The InSight Mars mission was launched by NASA on May 5th to provide insight into the internal dynamics of the Red Planet. The probe launched effectively and is on its way to its target, Mars, however not many people are aware that the probe is not traveling by itself. NASA also tossed two tiny CubeSats into deep space along with InSight. Now, MarCO-B, one of the tiny CubeSats, has sent back home a magnificent image showing the Earth and the Moon, a so-called Earth-Moon duo.
The photo, captured by MarCO-B, also dubbed Wall-E CubeSat, reveals the Earth as a dim blue speck and the Moon, slightly far from our planet, as an even dimmer spot.
The picture was shot by the satellite with its fisheye camcorder and then hauled back to Earth as the ground control team mounted its long-range antenna successfully on May 9th.
Since the instrument is fundamental for communicating mission data to Earth, its operation was tested by a fast-paced photographing exercise.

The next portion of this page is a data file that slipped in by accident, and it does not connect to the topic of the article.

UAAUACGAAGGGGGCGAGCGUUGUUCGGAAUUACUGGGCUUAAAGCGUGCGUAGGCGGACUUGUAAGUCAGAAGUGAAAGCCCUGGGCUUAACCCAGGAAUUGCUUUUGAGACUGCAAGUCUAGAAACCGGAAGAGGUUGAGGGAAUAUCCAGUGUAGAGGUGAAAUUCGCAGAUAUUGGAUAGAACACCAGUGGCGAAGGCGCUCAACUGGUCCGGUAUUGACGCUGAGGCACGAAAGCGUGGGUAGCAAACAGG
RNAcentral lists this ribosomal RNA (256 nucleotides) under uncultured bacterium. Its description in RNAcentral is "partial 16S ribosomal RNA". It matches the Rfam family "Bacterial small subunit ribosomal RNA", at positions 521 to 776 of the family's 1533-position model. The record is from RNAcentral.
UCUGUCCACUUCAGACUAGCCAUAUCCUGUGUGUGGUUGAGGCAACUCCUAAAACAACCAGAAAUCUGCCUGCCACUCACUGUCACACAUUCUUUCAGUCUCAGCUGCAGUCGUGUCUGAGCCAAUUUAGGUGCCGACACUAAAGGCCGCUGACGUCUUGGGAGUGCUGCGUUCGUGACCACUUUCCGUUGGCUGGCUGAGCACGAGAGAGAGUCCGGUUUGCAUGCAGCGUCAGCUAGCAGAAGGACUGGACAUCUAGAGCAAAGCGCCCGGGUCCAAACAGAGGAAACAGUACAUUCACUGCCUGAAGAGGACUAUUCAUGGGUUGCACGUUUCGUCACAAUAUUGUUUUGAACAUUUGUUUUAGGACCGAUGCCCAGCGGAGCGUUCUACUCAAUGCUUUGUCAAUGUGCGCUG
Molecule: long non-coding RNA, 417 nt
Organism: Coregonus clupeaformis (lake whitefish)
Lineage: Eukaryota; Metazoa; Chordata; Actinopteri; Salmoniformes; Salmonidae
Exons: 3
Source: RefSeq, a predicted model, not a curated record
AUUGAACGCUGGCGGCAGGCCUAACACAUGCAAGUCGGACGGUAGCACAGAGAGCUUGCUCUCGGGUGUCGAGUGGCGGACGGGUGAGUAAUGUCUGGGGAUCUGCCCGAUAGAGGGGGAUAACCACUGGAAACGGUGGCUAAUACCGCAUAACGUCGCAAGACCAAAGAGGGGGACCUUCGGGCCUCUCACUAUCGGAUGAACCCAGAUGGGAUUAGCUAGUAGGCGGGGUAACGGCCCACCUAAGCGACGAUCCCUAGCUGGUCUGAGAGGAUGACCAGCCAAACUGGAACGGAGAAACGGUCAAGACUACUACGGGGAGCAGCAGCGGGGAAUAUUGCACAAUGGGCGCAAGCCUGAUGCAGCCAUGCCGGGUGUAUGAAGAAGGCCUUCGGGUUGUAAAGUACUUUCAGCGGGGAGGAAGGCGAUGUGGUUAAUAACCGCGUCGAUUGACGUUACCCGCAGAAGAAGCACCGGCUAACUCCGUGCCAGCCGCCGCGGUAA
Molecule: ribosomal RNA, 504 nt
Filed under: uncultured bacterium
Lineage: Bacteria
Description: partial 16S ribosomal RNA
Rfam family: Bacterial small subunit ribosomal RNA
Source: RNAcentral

“Consider it our tribute to Voyager,” stated the NASA’s Jet Propulsion Laboratory chief, Andy Klesh, who make reference to the similar Earth-Moon duo images sent back to Earth by the Voyager 1 probe, back in 1990.
CubeSats MarCO-A and MarCO-B (which captured the Earth-Moon Duo), will orbit Mars to show new methods of deep space communications
The CubeSats have been initially engineered for testing and research but are currently a crucial element of all important commercial missions, according to a press release issued by NASA.
As for MarCO-A and MarCO-B, they represent a premiere in the CubeSat’s world. Namely, they are the first of their kind to travel in deep space. Also, they’ve already established a new world’s record as they’ve become since may 8th the most distant satellites ever, as they’ve passed the 621,371 miles away from Earth checkpoint.
While the small CubeSats, MarCO-A and MarCO-B are not going to be the principal communications link with the InSight mission, NASA is confident that their capabilities can prove a useful array of technologies that might permit future deep space missions to conduct their individual data communications.